18. There are two types of vaccines.
  19. Live attenuated (OPV), administered orally
  20. Advantagesinclude induction of both host immunity and secondary immunity because it is excreted in the stool of the recipient and may infect, and thus immunize, close contacts (i.e., herd immunity).
  21. Disadvantagesinclude the possibility of vaccine-related polio. In recent years, the only cases of polio in the United States have been associated with OPV.
  22. Non-live or inactivated (IPV), administered subcutaneously or intramuscularly, has the advantage of no vaccine-related polio but the disadvantage of not inducing secondary immunity.



  1. Timing of vaccination: In the United States, only IPV is now recommendedand is given at 2 and 4 months, with boosters at 6–18 months and at 4–6 years.
  2. Haemophilus influenzae type b vaccine (HIB)
  3. Rationale for vaccine: H. influenzaetype b was a serious cause of invasive bacterial infection, including meningitis, epiglottitis, and sepsis, before vaccine licensure in 1985. Since licensure it has become a rare cause of such infections.
  4. Type of vaccine: HIB is a conjugate vaccinewith H. influenzae polysaccharide linked to various protein antigens, including diphtheria or tetanus toxoids, to augment immunogenicity.
  5. Timing of vaccination: HIB is recommended either at 2, 4, and 6 months with a booster at 12–15 months or at 2, 4, and 12 months, depending on the type of vaccine conjugate.
  6. Measles, mumps, and rubella vaccine (MMR)
  7. Rationale for vaccine: immunizes against three viral diseases:
  8. Measlesis a severe illness with complications that include pneumonia associated with significant mortality.
  9. Mumpsis most commonly associated with parotitis but may also cause meningoencephalitis and orchitis.
  10. Rubellacauses a mild viral syndrome in children but may cause severe birth defects in offspring of susceptible women infected during pregnancy.
  11. Type of vaccine: live attenuated vaccine
  12. Timing of vaccination: MMR is recommended at 12–15 months with a booster at either 4–6 years or 11–12 years of age.
  13. Varicella vaccine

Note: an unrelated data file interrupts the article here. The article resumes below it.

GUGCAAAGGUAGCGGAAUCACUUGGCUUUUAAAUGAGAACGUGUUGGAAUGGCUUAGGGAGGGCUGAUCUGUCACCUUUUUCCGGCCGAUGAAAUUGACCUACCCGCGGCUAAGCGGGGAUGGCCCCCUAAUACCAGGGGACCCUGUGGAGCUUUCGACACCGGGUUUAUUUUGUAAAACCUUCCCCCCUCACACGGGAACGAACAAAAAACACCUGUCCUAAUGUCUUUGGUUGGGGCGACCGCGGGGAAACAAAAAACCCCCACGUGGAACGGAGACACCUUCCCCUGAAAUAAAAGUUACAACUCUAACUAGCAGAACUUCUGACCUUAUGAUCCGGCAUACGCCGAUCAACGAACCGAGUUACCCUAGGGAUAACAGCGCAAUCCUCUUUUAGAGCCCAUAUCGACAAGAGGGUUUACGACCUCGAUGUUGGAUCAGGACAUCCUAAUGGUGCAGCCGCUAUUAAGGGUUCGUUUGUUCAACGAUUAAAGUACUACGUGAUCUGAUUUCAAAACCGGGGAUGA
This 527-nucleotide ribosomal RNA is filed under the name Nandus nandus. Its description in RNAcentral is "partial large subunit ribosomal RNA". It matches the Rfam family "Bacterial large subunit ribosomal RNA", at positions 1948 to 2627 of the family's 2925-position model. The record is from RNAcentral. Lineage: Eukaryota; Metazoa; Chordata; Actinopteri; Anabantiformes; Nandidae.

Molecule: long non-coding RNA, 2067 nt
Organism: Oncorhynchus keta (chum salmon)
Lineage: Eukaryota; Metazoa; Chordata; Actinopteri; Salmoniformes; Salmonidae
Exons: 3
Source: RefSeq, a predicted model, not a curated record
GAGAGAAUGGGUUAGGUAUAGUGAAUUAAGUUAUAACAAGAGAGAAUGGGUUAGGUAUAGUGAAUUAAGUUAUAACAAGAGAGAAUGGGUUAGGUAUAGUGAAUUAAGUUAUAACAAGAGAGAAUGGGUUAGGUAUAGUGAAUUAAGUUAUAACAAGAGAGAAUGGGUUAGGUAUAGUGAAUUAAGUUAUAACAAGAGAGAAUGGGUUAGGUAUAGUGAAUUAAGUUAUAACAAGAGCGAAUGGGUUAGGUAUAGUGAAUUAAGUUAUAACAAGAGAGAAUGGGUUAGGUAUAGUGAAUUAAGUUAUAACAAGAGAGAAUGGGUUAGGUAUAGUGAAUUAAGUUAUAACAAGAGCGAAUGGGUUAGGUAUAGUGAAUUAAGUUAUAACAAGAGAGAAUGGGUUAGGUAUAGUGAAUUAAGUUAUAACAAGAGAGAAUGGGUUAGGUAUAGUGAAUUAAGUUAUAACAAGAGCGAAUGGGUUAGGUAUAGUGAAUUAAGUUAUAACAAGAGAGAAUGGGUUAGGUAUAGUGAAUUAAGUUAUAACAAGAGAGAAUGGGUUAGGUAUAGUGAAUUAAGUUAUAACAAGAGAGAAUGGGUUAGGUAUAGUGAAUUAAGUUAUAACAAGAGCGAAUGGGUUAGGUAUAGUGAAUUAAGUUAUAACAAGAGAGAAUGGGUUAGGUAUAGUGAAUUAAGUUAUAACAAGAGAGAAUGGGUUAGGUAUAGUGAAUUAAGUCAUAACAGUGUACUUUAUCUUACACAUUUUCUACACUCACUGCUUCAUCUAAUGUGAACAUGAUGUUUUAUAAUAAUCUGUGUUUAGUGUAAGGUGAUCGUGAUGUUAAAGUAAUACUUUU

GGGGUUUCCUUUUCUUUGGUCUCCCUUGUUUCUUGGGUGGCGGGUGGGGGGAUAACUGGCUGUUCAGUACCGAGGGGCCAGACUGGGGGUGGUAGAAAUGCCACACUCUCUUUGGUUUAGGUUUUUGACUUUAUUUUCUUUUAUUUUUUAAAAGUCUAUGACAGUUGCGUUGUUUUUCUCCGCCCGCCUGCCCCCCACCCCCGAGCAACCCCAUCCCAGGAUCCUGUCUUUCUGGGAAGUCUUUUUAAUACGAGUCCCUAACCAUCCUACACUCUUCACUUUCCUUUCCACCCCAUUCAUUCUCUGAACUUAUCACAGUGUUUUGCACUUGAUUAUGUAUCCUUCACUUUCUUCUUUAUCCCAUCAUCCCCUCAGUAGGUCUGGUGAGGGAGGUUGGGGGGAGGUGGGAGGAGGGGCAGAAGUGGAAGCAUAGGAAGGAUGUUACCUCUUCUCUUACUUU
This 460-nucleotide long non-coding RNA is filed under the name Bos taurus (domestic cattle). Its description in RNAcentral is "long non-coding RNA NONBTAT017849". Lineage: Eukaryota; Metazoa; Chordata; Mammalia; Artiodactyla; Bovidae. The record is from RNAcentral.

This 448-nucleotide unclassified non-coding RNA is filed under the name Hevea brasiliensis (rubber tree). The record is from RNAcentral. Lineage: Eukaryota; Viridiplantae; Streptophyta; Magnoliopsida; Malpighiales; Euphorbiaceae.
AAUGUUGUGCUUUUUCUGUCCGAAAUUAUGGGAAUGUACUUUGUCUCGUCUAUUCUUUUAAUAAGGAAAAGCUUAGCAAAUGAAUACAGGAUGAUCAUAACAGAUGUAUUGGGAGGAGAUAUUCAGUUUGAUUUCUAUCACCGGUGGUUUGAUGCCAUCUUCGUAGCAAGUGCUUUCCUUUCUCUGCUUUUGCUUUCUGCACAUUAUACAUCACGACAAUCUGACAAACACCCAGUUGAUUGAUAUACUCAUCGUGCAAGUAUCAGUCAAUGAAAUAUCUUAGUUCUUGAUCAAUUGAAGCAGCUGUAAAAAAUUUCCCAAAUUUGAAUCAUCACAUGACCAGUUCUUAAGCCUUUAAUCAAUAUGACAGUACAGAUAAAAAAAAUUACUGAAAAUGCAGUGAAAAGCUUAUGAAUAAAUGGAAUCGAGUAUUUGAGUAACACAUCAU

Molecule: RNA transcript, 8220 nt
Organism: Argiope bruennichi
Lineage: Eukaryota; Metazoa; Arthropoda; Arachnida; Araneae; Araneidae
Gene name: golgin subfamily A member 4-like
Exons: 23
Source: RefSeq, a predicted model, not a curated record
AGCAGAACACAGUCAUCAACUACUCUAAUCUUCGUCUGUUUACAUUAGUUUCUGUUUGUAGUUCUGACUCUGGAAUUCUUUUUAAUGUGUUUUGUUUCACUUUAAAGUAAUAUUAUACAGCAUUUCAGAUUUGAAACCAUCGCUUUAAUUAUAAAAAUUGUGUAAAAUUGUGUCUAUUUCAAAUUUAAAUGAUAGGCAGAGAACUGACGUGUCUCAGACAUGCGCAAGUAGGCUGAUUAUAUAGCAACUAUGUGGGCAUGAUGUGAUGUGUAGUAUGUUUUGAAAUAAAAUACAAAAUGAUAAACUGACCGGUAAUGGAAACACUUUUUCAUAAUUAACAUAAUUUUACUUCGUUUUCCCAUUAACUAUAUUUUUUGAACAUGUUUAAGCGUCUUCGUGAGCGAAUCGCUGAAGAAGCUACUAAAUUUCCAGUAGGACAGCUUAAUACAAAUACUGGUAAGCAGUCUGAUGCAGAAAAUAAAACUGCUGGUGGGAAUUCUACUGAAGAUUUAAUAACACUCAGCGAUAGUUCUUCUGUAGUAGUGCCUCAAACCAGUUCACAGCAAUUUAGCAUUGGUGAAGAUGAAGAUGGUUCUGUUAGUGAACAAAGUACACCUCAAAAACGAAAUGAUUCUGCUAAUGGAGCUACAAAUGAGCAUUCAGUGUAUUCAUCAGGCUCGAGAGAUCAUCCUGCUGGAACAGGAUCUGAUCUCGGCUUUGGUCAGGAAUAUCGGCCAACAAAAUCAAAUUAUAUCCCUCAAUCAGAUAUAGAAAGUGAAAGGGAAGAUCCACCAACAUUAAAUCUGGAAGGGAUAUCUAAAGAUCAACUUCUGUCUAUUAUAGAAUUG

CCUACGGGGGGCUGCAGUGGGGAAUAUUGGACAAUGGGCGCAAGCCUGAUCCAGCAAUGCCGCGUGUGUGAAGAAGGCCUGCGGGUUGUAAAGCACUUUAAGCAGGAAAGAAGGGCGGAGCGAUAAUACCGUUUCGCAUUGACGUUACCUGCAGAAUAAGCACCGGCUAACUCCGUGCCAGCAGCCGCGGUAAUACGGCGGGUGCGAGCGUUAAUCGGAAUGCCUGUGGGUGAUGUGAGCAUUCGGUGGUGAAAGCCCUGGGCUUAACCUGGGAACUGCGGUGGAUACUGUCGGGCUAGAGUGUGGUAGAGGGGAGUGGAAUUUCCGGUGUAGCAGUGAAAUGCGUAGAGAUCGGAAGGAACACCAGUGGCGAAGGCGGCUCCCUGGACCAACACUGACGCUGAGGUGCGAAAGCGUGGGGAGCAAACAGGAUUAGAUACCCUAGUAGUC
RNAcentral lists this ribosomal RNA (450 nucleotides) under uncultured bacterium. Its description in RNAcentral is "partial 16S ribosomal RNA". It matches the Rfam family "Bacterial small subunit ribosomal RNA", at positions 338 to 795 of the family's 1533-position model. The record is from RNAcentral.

14. Rationale for vaccine: Varicella is the virus responsible for chicken pox and zoster. Varicella often causes uncomplicated illness but may cause severe disease in very young and in older patients.
  15. Type of vaccine: live attenuated vaccine
  16. Timing of vaccination: Vaccine is recommended at 12–18 months.
  17. Hepatitis A vaccine (Hep A)
  18. Rationale for vaccine: Hepatitis A is the most common viral cause of hepatitis worldwide, although it is asymptomatic in up to 70% of infected children younger than 6 years of age. More severe disease is seen in older children and adults, although it is rarely associated with fulminant hepatitis.
  19. Type of vaccine: inactivated
  20. Timing of vaccination and recommendations: Hep A vaccine is recommended at 2 years of age or older, with a booster 6 months later for the following groups:
  21. Susceptible children living in communities with high hepatitis A rates (i.e., incidence twice the national rate) and those traveling to endemic areas.
  22. Individuals in other groups with high hepatitis A rates, including


those with chronic liver disease, homosexual and bisexual men, users of illicit drugs, patients with clotting factor disorders receiving blood products, and patients at high risk for occupational exposure.

  1. Pneumococcal vaccines (Pneumovax and Prevnar)
  2. Rationale for vaccine: Pneumococcus (Streptococcus pneumoniae) is the most commoncause of acute otitis media and invasive bacterial infections in children younger than 3 years of age.
  3. There are two types of vaccines.
  4. Pneumovaxis composed of polysaccharide capsular antigens from 23 pneumococcal serotypes.
  5. Major advantageis that the vaccine contains antigens from pneumococcal strains causing almost all cases of bacteremia and meningitis during childhood.
  6. Major disadvantageis that the vaccine has little immunogenicity in children younger than 2 years.
  7. Indications.Vaccine is used primarily for older children and adults at high risk for pneumococcal disease (e.g., patients with sickle cell anemia who are functionally asplenic, immunodeficiency, chronic liver disease and nephrotic syndrome, and patients with anatomic asplenia).
  8. Prevnaris composed of seven pneumococcal serotypes.
  9. Major advantagesinclude immunogenicity and efficacy in preventing meningitis, pneumonia, bacteremia, and otitis media from the most common pneumococcal strains in children younger than 2 years of age.